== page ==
- Lane, J., & Anderson, N.H. (1976). Integration of intention and outcome in moral judgment. Memory and Cognition, 4, 1-5.
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- McCullough, M. E., Tsang, J. & Emmons, R. A. (2004). Gratitude in intermediate affective terrain: Links of grateful moods to individual differences and daily emotional experience. Journal of Personality and Social Psychology, 86,295-309. (electronic copy)
- Ortony, A., Clore, G. L., & Collins, A. (1988). The cognitive structure of emotions. Cambridge: Cambridge University Press.
- Simmel, G. (1950). The Sociology of Georg Simmel. (K. H. Wolff, Trans., Ed.). Glencoe, IL: The Free Press.
- Steindl-Rast, D. F. K. (1967). A deep bow. Main Currents in Modern Thought, 23, 128-132.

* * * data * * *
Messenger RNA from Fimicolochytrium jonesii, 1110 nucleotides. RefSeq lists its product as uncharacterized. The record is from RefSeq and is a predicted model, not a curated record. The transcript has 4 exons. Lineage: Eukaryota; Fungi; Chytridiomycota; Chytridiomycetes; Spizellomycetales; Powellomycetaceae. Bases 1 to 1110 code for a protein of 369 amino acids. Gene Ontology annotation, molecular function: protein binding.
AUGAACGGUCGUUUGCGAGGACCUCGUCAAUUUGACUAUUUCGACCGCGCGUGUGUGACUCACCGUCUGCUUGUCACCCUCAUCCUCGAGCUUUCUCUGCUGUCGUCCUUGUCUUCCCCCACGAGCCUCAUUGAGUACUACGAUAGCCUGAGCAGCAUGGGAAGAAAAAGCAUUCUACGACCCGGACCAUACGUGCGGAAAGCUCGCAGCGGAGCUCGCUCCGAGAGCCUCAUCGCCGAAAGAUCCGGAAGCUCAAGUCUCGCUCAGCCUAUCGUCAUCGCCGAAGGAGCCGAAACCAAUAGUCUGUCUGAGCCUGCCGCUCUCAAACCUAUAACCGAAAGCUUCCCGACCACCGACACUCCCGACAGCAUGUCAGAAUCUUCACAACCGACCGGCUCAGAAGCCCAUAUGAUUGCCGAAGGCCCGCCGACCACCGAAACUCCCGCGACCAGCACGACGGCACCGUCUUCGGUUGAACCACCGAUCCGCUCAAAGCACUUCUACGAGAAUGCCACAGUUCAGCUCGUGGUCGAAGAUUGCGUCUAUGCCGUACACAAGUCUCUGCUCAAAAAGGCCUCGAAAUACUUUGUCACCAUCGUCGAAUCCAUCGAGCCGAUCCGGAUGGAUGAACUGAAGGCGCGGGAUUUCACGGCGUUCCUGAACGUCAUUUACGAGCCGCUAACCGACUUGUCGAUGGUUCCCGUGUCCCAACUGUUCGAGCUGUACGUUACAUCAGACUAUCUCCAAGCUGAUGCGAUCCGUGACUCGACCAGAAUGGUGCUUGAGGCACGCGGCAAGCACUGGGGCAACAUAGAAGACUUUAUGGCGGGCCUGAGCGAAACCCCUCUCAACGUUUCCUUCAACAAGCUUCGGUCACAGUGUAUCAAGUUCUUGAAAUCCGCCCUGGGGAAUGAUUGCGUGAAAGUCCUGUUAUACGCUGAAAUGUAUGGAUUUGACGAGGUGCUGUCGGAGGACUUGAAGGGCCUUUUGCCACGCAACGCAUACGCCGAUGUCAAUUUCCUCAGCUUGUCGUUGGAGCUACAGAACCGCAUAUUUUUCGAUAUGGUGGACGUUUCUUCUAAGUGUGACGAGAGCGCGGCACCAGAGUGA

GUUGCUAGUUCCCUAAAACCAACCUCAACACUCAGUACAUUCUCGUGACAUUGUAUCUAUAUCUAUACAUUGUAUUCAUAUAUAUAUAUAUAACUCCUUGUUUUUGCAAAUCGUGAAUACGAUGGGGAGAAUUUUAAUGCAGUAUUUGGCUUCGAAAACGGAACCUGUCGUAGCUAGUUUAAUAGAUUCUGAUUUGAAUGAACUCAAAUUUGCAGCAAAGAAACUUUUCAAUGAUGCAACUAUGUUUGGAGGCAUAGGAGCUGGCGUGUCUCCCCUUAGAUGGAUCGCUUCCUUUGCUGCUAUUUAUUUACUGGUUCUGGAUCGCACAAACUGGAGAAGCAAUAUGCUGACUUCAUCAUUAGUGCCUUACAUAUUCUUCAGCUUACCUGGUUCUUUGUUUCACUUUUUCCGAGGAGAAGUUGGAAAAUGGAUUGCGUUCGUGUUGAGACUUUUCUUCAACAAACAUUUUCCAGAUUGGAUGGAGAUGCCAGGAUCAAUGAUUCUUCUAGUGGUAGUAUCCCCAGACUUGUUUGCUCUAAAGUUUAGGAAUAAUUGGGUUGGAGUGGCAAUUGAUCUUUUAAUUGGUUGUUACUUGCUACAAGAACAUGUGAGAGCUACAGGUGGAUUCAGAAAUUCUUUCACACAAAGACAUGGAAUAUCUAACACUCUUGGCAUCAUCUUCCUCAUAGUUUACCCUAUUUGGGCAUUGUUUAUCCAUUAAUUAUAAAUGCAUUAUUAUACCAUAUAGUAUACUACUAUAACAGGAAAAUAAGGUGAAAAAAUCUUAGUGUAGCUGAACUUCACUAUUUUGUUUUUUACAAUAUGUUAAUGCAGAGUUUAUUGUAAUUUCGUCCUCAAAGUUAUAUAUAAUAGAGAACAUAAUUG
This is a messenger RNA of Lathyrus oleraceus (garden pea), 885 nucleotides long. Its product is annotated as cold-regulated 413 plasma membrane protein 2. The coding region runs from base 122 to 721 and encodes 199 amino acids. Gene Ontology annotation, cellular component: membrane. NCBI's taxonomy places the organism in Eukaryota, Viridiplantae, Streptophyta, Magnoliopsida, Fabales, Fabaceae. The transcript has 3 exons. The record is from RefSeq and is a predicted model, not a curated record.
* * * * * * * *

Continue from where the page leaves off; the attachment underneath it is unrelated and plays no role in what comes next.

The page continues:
- Tesser, A., Gatewood, R. & Driver, M. (1968). Some determinants of gratitude. Journal of Personality and Social Psychology, 9, 233-236.
- Trivers, R. L. (1971). The evolution of reciprocal altruism. The Quarterly Review of Biology, 46, 35-57.
- World scripture: Gratitude. Quotes from religious texts about gratitude.
- Forms of thanks in other languages
- A guide to expressing more gratitude and appreciation as part of building stronger relationships at home and at work